PORT TOWNSEND — Jefferson County is looking to establish an ordinance that would allow the development and siting of temporary housing facilities for homeless individuals and families in unincorporated parts of the county.
The action would repeal and replace an interim ordinance established last year.
The new ordinance proposes that these housing facilities would include all forms of temporary structures, from tents to RVs to tiny homes and communal structures.
“Tents must have a minimum separation of 10 feet from other tents or structures, including but not limited to RVs, tiny homes, and other buildings,” the proposed ordinance says. “If tents are made of fire-retardant material, they may have a minimum separation of five feet from each other or from other structures. Tiny homes, RVs, and buildings require a minimum separation of five feet. If the site has a mix of tents, RVs, and tiny homes, the most restrictive minimum separation between the two types applies.”
Jefferson County does not currently have any code requirements to address these types of facilities. However, the county enacted an interim ordinance last October, giving it temporary control to allow for the siting of such facilities.
Last November, the county’s Department of Community Development updated county commissioners on the progress it had made on the work plan outlined in section 13 of the original ordinance.
“During the interim ordinance period, County staff will study the issues concerning the establishment and operation of temporary homeless facilities,” the ordinance says. “Staff will prepare a draft ordinance with appropriate revisions to the County’s land use regulations on or before 180 days from the date of adoption; perform SEPA review of the draft ordinance on or before 240 days from the date of adoption, and conduct the public review process, including a public hearing before the County’s Planning Commission on or before 270 days from the date of adoption and a public hearing before County Board of Commissioners on or before 300 days from the date of adoption, in accordance with the public participation process required for amendments to the County’s development regulations.”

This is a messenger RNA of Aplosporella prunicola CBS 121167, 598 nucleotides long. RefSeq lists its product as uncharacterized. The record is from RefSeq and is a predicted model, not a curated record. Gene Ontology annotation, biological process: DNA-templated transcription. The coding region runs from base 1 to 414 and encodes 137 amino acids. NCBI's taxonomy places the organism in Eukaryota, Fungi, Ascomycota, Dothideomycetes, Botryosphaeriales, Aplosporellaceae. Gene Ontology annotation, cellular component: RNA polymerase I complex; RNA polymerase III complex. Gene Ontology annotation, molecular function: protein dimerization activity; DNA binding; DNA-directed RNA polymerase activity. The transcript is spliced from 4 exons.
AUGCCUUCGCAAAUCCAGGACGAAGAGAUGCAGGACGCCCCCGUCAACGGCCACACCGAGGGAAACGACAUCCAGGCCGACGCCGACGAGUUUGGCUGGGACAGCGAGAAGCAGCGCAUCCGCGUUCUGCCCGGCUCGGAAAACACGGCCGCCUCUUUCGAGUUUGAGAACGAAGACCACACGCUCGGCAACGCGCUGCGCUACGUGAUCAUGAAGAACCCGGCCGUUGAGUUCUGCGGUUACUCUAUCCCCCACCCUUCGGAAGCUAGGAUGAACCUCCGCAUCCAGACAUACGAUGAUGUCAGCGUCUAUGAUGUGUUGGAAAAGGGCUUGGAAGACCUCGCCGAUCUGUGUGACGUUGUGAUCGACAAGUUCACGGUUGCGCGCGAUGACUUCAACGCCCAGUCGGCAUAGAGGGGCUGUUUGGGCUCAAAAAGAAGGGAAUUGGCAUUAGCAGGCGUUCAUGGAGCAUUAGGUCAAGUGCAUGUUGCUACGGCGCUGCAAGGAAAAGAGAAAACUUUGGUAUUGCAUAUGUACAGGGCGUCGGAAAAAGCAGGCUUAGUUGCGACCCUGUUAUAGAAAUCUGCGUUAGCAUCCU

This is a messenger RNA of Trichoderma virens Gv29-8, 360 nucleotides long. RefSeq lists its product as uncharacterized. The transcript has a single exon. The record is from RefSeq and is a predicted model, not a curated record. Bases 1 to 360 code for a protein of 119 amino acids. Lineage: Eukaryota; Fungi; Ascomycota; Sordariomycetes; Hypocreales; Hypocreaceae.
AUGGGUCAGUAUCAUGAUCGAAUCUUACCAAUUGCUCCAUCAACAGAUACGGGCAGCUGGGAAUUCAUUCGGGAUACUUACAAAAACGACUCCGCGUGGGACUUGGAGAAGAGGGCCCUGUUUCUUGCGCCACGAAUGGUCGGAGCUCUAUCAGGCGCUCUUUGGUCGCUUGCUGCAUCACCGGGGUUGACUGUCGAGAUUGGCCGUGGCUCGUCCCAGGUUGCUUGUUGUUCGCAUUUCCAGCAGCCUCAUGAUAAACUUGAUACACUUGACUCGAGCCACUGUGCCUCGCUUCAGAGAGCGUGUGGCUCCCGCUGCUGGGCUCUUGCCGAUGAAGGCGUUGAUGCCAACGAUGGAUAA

Following the update, commissioners weighed the benefits of extending the public participation in formulating the final ordinance and in doing so enacted a new ordinance, 08-1213-21, renewing interim control for another six months of public outreach to be completed by June 20.
“It’s pretty unique for our board to advocate for these kinds of facilities,” Commissioner Kate Dean said.
Should this ordinance be approved, it would be in effect for two years.
After that time, the DCD would return to the Planning Commission and the county to analyze the effectiveness of the ordinance and propose any necessary changes.
An area for these types of facilities has yet to be designated as the county intends to conduct a special meeting June 27 to allow for more public comment.
Affordable housing in Jefferson County has been on the decline since 2015, with the median value of homes doubling in that time, said Brent Butler, director of Community Development.
“It’s been the perfect storm of low inventory and high values, further exacerbated by the halt in evictions during the COVID-19 pandemic,” Butler said.
Reporter Ken Park can be reached by email at [email protected]